To investigate the association of reopening with the outcome variables, we estimated an interrupted time series specification that captured both the changes in levels and the trends for the outcome variables (eMethods in the Supplement provides detailed regression specification). These specifications adjusted for systematic differences between states using state indicators and included calendar date indicators to account for changes that were constant across states but varied over time. The key exposure variables were a daily linear time trend, an indicator for the days after the reopening date (ie, postreopening), and an interaction of the time trend and this postreopening indicator. A positive, statistically significant coefficient estimate on this interaction indicated that the trend in the outcome variables increased after reopenings. Because the median incubation period of novel SARS-Cov-2 is 5 days and the median time between symptom onset to hospitalization is 7 days,3 we excluded these 12 days from our analysis (a washout period) after the reopening day. Our analysis also adjusted for average daily precipitation and average daily temperature in each state to control for any seasonality in human mobility that may have affected COVID-19 transmission. Heteroscedasticity robust SEs were clustered at the state level.

    We conducted several sensitivity analyses to confirm the robustness of our estimates.20 First, we tested alternative washout periods of 8 days (from reopening), corresponding to the 25th percentile of incubation, and 15 days (from reopening), corresponding to the 75th percentile of the incubation period (from infection to hospitalization).21,22 Second, to examine whether we could estimate state reopening associations similar in magnitude to ours by chance, we randomized the timing of state reopenings to alternative pseudo start dates in the preintervention time continuum. We expected that state reopenings take effect only after the actual reopening date, with no significant effect earlier. We randomized the date of state reopenings 1000 times. The P values from the randomization inference exercises were the fraction of estimated coefficients that were as large as those estimated for the true state reopening dates.23 Third, to account for counties with different reopening policies than the state, an alternative specification defined state reopenings as the share of state population living in counties that opened on state reopening dates (population living in counties that reopened/state population) for each state-calendar date observation using county level policies from the Centers for Disease Control and Prevention.24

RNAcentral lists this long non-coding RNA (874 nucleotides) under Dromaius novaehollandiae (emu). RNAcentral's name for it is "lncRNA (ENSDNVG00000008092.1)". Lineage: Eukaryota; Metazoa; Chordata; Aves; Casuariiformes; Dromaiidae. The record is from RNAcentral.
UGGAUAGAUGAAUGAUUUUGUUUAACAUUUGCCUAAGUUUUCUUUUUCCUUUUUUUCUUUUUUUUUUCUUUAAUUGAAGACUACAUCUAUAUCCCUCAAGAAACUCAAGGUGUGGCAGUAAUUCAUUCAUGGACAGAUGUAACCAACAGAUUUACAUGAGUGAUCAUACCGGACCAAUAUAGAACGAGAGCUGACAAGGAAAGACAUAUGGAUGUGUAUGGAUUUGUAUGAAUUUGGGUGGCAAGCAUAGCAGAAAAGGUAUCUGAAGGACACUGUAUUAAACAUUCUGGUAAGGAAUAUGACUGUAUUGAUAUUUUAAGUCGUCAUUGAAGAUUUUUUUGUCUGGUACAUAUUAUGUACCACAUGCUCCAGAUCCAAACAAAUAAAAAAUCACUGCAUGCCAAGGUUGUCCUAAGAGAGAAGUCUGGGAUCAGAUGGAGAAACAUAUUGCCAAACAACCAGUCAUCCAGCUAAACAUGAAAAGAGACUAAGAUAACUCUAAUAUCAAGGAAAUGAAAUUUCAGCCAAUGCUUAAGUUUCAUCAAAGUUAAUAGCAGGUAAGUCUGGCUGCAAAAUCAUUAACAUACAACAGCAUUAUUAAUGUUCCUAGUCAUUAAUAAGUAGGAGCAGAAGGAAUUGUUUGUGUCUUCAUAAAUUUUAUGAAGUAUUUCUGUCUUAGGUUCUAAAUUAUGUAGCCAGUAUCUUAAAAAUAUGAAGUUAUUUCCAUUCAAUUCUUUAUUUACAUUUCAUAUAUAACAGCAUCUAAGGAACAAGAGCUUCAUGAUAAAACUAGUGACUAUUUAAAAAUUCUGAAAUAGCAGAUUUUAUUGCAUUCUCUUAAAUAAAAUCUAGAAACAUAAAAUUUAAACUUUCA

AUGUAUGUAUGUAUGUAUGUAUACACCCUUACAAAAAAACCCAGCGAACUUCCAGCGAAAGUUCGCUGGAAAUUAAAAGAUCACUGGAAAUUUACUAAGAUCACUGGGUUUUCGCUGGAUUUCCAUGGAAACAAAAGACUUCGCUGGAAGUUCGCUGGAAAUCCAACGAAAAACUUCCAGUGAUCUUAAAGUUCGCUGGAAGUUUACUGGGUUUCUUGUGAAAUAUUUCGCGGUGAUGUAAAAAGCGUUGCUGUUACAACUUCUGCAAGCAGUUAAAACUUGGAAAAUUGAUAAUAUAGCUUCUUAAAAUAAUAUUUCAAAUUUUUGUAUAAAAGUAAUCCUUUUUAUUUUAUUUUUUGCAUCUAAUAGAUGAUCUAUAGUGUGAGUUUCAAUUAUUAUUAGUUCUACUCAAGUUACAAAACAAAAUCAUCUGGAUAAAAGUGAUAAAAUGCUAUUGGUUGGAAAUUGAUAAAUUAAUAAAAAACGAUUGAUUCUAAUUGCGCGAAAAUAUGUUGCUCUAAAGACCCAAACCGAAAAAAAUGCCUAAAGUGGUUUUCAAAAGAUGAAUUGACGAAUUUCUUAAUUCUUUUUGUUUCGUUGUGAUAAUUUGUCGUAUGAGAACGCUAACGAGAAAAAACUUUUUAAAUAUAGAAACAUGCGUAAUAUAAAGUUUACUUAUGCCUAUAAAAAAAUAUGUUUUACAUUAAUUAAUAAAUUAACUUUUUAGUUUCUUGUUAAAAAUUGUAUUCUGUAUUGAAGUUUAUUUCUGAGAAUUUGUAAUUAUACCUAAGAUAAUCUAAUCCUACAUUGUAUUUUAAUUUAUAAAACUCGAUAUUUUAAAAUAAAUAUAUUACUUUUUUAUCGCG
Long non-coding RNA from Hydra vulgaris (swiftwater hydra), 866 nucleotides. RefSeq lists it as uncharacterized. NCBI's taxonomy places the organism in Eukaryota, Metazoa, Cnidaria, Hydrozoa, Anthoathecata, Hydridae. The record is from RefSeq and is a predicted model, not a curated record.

All analyses were performed with Stata, version 16.1 (StataCorp LLC). The 95% CIs around estimates reflect 0.025 in each tail or P ≤ .05 and P values are from 2-tailed t tests of the coefficients from regression models.

    Results

    Figure 1 displays each state’s reopening date. Between April 20 (South Carolina, Wisconsin) and June 1, 2020 (Delaware), all states reopened. Details of state reopening dates and study samples are presented in Table 1.